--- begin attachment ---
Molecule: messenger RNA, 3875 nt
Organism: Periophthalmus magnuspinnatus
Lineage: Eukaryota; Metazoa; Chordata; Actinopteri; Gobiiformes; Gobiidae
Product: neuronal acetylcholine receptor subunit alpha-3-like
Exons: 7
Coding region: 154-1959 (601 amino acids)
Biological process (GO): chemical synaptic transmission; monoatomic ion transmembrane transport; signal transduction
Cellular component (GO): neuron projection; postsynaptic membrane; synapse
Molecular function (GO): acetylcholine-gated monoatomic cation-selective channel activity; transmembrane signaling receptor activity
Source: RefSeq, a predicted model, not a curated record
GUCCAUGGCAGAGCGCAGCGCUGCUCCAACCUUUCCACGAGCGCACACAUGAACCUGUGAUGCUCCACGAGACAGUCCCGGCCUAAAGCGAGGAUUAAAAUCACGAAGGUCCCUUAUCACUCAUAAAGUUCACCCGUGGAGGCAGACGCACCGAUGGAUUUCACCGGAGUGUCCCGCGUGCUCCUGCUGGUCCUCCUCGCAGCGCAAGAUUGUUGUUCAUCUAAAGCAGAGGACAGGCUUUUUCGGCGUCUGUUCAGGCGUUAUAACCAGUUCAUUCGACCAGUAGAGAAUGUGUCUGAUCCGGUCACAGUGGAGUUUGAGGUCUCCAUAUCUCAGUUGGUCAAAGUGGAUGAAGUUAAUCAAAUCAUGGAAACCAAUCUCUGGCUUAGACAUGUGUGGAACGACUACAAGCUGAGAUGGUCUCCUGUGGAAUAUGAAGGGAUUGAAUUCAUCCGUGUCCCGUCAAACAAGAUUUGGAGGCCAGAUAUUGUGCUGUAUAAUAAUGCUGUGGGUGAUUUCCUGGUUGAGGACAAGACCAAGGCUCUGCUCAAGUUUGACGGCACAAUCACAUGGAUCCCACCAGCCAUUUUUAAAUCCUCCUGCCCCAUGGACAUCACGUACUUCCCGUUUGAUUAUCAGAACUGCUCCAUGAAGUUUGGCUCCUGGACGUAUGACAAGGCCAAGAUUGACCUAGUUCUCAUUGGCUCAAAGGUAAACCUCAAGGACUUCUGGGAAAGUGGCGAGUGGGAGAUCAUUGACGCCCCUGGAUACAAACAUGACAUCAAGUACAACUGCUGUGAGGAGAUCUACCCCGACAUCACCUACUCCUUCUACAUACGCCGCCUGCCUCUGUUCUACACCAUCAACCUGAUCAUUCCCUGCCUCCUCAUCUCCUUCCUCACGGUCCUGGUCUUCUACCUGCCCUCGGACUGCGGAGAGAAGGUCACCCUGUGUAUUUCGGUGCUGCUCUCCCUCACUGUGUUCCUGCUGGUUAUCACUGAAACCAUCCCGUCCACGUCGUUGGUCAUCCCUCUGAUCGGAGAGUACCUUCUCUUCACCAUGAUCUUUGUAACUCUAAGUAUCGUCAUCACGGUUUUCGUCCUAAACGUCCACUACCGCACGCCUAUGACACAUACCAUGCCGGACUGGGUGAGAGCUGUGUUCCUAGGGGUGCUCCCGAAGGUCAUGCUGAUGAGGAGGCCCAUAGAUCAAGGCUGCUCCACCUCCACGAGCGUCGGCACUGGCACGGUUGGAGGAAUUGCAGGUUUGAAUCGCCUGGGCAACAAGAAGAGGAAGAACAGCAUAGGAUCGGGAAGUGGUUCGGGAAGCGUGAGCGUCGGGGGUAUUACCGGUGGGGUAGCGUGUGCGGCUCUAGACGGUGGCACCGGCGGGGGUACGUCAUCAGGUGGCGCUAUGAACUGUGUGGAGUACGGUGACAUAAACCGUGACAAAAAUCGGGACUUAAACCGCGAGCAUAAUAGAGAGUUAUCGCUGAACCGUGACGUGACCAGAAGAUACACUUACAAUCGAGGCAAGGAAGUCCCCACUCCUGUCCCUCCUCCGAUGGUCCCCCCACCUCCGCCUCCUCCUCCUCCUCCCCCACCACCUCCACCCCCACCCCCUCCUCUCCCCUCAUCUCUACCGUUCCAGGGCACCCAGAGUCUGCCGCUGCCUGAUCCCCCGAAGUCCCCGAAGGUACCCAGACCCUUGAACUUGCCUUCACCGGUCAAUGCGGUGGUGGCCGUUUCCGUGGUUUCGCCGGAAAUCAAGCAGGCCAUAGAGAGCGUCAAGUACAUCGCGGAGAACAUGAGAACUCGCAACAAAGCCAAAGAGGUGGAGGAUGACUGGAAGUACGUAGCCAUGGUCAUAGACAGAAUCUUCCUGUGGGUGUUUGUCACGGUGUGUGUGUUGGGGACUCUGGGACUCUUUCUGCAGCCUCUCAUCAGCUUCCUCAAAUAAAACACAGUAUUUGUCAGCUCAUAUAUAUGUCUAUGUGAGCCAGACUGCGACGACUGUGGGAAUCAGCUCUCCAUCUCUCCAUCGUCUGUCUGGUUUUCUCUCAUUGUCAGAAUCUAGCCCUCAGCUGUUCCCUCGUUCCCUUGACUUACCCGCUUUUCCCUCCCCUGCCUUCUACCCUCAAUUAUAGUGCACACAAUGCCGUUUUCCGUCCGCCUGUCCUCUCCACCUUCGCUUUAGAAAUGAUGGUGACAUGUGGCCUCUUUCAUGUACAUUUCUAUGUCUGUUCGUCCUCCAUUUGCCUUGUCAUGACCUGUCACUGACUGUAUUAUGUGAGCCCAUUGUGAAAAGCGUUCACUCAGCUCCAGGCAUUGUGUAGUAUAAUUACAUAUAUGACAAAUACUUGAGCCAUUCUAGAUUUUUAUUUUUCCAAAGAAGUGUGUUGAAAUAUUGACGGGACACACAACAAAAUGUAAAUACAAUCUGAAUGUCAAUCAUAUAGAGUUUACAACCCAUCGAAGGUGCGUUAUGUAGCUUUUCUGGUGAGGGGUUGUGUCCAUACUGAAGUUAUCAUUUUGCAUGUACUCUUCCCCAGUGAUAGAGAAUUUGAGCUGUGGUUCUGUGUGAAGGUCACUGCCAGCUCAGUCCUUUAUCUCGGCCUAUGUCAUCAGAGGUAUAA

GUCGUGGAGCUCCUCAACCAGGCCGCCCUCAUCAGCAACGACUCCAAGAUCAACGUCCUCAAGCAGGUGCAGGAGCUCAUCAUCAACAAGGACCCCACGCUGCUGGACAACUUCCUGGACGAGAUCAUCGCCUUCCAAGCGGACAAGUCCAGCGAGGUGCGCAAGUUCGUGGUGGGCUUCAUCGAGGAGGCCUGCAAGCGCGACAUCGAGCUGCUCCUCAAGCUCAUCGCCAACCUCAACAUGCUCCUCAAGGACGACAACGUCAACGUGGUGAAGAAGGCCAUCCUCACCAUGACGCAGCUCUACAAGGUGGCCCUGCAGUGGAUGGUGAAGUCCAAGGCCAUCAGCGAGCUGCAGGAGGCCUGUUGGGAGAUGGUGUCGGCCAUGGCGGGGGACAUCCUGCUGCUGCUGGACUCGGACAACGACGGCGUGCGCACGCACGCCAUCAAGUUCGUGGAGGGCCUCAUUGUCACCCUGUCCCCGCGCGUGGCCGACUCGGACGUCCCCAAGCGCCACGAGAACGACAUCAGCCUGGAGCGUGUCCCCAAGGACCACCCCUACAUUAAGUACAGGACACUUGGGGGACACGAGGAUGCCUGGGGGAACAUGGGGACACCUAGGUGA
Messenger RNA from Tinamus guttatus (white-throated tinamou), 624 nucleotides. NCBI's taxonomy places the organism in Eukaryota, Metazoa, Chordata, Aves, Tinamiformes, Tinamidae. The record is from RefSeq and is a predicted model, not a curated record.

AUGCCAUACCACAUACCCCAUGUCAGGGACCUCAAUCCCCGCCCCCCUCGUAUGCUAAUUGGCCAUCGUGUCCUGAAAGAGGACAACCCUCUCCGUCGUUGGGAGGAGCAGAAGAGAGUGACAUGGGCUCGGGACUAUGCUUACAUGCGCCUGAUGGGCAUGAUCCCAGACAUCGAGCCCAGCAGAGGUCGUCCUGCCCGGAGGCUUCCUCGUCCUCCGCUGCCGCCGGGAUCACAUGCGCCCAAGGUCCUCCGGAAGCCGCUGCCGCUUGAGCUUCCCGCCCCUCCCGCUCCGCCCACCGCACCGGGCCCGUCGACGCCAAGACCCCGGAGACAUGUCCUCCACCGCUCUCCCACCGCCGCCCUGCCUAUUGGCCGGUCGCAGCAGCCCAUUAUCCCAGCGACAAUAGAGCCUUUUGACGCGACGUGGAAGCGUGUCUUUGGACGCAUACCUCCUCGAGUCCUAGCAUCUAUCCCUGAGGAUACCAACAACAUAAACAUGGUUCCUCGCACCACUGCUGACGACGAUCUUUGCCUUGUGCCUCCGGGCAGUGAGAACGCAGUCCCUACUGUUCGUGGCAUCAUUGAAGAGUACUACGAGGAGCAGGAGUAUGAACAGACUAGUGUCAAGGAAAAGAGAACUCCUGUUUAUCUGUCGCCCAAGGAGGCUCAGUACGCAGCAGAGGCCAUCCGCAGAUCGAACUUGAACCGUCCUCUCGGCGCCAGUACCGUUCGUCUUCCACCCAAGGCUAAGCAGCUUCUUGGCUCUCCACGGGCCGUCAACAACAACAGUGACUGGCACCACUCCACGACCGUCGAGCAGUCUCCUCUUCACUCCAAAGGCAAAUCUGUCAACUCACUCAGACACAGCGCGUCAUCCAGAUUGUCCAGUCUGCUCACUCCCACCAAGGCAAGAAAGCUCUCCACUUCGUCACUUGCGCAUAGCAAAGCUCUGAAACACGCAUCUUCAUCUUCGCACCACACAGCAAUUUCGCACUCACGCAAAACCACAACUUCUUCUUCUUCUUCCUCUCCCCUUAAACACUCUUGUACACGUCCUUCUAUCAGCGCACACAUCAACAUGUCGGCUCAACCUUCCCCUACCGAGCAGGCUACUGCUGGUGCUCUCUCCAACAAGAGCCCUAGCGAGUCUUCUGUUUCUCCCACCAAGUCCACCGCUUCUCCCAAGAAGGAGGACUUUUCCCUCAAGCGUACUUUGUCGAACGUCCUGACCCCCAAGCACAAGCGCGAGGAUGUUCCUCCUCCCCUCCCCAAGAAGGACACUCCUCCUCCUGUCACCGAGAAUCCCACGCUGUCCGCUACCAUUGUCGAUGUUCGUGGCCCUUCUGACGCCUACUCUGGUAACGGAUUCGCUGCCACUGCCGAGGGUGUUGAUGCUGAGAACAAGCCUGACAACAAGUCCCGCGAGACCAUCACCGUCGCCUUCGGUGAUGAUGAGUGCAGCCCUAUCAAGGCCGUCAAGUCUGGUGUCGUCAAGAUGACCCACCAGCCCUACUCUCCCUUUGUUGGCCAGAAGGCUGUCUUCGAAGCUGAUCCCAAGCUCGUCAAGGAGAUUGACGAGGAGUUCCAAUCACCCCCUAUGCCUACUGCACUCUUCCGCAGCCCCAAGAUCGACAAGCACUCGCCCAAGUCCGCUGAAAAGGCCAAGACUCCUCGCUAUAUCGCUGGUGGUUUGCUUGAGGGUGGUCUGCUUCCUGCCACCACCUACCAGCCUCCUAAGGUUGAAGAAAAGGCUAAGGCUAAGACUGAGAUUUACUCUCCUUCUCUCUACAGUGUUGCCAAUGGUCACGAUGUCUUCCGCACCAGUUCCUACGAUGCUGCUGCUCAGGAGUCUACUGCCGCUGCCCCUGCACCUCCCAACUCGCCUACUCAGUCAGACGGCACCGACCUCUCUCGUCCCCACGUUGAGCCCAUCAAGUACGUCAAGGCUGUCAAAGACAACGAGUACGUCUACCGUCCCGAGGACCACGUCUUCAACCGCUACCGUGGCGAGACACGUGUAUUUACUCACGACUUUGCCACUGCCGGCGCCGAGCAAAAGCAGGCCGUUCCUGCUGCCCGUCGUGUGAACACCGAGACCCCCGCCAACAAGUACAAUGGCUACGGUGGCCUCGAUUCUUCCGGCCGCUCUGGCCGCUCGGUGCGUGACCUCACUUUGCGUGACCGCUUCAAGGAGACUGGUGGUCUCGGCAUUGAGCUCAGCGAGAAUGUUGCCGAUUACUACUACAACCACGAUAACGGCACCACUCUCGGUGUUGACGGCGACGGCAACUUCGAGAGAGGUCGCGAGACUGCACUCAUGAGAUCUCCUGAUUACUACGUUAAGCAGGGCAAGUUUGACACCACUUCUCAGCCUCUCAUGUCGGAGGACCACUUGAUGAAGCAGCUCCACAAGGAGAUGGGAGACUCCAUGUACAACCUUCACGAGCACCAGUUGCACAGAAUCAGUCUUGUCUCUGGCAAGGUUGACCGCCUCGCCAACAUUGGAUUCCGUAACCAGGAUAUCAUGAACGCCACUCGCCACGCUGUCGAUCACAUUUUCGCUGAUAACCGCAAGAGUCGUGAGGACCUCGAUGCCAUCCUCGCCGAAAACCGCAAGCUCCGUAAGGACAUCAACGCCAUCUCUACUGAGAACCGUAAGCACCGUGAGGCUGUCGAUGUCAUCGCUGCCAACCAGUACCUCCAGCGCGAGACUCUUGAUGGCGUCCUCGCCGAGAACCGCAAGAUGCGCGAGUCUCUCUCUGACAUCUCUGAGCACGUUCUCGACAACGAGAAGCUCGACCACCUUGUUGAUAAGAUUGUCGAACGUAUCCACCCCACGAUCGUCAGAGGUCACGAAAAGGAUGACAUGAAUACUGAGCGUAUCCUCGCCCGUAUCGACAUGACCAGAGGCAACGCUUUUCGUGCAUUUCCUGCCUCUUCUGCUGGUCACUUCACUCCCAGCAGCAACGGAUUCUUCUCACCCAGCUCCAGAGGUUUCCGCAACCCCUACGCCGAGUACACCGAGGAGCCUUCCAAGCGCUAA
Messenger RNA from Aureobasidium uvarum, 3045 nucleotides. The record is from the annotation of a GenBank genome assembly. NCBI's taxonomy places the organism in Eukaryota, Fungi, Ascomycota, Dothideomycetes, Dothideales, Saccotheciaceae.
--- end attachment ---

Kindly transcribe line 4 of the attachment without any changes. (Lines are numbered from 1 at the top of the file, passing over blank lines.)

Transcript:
Product: neuronal acetylcholine receptor subunit alpha-3-like